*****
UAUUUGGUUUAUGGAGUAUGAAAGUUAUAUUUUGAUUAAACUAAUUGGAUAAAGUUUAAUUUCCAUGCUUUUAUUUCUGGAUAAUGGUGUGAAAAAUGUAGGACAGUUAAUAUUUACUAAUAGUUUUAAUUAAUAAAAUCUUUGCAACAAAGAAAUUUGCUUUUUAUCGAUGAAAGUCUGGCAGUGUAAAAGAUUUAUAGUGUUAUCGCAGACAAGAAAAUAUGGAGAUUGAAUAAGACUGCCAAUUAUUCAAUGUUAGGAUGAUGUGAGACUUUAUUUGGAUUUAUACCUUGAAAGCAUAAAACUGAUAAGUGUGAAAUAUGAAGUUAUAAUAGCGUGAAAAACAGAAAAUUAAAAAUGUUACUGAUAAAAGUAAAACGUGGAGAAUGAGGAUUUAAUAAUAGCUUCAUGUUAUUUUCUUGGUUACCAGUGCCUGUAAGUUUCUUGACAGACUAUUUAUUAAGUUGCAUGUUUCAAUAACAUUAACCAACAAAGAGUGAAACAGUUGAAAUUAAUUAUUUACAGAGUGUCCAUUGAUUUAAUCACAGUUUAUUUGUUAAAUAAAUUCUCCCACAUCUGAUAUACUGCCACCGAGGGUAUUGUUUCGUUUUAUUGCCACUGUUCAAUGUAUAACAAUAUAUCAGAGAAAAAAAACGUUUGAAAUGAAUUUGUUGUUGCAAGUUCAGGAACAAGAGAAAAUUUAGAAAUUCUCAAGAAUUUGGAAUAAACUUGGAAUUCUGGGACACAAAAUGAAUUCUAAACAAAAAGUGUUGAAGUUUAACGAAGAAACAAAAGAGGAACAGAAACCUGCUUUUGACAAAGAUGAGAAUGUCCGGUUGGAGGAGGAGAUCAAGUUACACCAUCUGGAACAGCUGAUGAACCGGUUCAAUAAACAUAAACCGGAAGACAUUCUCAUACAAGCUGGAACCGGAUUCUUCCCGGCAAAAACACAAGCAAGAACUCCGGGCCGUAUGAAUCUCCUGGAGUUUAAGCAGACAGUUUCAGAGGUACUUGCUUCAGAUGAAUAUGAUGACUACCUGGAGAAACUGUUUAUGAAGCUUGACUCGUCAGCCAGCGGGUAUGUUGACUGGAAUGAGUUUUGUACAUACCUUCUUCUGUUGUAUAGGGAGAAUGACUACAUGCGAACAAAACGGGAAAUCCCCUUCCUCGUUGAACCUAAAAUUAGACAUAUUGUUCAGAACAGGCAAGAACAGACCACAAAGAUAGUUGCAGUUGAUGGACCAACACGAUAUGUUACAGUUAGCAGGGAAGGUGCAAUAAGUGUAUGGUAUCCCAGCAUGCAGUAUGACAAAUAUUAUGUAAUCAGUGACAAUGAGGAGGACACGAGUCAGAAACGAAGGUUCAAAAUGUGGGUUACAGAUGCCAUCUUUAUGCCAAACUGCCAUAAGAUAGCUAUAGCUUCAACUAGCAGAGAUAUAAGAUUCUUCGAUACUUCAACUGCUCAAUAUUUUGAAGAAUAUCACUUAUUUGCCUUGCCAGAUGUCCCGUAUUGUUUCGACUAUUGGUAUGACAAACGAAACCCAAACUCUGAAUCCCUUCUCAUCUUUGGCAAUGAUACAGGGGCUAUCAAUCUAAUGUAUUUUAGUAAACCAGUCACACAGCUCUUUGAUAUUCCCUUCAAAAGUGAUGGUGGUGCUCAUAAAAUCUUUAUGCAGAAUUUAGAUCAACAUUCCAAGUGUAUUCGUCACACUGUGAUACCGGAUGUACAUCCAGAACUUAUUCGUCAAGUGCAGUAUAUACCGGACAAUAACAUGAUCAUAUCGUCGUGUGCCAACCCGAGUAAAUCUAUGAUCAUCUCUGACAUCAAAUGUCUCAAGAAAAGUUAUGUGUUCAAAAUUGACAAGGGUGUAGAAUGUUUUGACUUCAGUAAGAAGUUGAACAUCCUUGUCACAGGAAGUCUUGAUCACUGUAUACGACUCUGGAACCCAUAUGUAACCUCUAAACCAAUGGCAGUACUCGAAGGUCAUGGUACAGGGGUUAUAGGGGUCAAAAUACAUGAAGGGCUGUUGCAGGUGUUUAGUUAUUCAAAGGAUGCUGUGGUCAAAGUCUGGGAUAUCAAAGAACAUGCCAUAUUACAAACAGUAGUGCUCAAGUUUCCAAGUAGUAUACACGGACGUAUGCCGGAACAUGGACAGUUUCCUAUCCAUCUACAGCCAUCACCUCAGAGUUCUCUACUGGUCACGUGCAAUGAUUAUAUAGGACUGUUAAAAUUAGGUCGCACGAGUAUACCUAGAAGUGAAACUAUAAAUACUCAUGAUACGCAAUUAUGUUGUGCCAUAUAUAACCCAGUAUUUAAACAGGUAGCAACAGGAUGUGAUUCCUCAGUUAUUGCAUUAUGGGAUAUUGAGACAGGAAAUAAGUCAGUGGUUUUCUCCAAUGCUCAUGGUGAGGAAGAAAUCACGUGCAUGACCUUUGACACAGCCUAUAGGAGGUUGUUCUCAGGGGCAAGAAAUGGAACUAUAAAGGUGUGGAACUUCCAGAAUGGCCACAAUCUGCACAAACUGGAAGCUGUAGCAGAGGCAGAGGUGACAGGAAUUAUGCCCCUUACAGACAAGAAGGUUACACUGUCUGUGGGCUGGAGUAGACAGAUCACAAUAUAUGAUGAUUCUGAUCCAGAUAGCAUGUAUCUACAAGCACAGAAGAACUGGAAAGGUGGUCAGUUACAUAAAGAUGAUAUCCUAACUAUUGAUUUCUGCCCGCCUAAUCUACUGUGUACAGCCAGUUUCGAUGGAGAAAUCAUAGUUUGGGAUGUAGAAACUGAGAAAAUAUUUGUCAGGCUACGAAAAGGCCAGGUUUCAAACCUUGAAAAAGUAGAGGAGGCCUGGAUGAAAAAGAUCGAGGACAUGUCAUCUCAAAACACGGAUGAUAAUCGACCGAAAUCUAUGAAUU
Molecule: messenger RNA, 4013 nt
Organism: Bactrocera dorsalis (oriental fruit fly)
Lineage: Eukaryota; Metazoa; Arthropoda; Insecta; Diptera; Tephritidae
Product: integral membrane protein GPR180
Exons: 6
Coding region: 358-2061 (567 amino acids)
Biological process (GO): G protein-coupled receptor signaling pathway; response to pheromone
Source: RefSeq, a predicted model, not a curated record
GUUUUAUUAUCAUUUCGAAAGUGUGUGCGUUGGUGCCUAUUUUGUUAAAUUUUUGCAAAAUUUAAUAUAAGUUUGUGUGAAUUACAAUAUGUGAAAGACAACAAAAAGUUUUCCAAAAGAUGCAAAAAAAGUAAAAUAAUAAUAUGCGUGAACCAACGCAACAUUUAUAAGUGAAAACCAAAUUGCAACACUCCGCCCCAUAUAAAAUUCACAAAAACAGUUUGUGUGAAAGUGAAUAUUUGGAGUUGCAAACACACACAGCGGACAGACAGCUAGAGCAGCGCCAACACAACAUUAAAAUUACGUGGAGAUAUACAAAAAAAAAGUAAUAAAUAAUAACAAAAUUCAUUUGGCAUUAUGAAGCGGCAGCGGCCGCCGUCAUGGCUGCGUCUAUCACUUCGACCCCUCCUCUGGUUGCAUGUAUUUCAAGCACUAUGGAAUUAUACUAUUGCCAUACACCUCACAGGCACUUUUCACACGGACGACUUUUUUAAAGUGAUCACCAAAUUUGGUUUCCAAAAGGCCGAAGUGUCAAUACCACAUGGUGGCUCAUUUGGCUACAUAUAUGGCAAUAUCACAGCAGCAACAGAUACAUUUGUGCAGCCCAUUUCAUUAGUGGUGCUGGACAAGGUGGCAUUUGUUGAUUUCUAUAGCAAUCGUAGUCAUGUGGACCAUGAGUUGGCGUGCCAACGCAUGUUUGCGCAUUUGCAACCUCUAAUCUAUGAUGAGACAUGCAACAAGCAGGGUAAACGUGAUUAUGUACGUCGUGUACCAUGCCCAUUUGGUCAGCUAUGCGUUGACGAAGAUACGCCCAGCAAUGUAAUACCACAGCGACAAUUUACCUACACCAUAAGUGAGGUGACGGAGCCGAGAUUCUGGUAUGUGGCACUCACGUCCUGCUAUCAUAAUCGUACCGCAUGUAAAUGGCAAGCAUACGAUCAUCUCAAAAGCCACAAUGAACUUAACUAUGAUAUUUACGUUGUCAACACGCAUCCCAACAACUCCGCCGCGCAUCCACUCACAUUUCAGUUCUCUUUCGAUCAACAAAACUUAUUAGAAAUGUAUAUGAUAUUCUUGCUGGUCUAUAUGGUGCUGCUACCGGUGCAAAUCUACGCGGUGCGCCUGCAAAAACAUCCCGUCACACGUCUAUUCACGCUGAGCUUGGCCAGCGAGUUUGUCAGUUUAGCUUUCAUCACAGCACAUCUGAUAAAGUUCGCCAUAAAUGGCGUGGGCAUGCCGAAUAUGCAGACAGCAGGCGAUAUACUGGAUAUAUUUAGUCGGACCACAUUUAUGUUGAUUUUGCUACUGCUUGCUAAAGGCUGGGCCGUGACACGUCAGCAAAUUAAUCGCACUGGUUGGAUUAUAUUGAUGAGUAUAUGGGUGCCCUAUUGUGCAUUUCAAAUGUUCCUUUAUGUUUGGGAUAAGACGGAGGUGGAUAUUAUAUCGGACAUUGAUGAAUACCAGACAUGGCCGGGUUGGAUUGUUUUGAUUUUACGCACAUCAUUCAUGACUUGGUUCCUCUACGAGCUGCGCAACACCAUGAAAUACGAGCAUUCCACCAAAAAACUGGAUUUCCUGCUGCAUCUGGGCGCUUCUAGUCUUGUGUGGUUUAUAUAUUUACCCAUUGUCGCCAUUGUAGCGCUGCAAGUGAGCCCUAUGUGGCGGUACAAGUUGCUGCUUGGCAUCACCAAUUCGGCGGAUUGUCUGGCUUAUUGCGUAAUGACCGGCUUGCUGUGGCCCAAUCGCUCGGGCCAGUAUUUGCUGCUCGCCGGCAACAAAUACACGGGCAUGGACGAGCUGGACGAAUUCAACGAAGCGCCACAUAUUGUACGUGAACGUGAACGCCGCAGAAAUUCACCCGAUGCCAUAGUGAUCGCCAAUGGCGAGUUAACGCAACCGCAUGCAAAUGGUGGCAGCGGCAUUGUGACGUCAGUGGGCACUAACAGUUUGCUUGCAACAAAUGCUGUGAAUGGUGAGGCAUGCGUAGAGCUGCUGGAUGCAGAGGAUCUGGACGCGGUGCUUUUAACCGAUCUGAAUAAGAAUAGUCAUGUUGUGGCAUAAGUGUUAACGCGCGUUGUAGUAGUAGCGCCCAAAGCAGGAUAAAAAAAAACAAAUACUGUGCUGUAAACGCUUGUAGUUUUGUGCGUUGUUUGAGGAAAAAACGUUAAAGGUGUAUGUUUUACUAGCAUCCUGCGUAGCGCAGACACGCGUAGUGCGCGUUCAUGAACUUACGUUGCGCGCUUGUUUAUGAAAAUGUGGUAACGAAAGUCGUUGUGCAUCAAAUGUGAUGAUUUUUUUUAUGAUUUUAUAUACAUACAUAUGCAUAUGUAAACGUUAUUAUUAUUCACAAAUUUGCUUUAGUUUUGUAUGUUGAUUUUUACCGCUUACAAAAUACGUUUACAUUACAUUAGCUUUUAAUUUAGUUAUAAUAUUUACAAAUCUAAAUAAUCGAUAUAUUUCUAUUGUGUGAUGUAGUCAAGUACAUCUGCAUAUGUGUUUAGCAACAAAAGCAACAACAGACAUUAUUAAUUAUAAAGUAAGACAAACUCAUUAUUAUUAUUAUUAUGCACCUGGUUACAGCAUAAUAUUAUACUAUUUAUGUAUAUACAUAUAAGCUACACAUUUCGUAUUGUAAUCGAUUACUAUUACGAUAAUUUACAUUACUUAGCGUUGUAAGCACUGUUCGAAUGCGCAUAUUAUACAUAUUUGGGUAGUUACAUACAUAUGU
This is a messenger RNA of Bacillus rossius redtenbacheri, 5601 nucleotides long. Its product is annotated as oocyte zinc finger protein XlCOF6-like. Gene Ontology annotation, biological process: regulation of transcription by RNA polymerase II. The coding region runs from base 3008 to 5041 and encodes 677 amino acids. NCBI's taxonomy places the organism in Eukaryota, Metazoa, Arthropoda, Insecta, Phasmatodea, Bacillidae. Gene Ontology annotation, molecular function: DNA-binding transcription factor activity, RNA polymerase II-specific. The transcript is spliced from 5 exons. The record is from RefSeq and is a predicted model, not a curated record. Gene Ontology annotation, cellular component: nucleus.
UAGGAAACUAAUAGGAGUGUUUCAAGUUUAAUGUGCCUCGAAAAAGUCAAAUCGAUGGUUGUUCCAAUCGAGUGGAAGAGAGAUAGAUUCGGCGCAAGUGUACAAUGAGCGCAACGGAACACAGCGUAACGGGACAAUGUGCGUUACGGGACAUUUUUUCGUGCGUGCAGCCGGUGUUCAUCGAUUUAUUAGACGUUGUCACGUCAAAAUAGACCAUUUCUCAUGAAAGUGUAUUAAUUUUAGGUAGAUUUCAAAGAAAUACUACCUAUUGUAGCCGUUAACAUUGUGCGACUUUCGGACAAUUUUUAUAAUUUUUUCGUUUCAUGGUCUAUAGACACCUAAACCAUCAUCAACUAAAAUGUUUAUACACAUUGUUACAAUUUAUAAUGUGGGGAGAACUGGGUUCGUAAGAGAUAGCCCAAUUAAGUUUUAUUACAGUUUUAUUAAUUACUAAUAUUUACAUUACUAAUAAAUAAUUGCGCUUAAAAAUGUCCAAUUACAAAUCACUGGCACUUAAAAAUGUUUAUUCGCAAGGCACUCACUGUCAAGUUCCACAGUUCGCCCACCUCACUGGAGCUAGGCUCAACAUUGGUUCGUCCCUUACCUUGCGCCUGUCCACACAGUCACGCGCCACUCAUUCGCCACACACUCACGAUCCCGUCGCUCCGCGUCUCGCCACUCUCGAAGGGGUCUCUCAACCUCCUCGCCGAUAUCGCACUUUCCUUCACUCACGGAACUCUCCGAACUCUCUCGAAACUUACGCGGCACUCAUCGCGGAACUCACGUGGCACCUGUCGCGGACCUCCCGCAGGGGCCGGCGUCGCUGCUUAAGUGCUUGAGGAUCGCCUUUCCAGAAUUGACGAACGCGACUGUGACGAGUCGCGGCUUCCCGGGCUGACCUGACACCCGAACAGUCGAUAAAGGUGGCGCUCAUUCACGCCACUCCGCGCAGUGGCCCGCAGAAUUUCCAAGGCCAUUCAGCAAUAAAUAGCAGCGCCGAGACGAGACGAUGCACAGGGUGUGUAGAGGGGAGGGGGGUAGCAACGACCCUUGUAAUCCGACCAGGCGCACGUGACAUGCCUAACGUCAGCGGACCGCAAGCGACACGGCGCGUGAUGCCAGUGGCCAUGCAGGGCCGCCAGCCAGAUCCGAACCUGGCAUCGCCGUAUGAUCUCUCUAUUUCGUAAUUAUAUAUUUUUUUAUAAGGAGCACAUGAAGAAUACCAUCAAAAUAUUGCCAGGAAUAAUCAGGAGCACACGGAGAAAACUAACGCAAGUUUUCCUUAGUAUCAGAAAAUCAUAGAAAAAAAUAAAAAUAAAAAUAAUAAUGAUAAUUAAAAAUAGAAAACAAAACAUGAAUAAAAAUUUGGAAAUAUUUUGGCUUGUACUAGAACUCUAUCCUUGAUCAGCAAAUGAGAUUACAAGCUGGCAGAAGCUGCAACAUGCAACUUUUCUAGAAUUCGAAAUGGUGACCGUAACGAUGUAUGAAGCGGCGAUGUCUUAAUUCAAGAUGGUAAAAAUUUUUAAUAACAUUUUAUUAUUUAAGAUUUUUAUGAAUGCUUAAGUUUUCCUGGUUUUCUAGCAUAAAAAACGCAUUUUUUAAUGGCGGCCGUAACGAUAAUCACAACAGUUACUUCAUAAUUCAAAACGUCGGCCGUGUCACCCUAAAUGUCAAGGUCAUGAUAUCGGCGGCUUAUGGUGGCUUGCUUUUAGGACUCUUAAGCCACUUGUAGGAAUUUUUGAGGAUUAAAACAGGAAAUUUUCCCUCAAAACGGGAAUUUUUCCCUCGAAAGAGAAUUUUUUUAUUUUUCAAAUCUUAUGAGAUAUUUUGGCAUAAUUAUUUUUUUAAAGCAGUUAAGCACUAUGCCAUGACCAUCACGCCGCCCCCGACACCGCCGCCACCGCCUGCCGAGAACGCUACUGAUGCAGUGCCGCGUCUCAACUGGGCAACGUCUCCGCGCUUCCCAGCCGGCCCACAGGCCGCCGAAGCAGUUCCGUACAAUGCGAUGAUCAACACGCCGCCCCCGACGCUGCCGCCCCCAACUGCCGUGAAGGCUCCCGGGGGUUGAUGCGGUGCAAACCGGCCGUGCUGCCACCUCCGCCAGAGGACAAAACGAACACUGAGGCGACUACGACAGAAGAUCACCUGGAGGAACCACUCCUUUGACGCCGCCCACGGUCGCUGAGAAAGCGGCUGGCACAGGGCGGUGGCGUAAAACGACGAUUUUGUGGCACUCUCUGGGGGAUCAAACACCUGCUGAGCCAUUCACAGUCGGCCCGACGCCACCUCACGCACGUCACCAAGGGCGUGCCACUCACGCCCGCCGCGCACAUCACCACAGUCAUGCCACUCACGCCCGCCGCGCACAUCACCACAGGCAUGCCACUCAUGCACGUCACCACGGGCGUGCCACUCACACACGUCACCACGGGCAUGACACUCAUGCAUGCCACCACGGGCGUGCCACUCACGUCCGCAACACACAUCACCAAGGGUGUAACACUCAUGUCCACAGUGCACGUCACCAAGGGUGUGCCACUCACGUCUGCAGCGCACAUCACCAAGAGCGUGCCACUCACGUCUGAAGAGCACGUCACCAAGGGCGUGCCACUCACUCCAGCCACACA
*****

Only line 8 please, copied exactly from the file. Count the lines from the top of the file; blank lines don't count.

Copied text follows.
Biological process (GO): G protein-coupled receptor signaling pathway; response to pheromone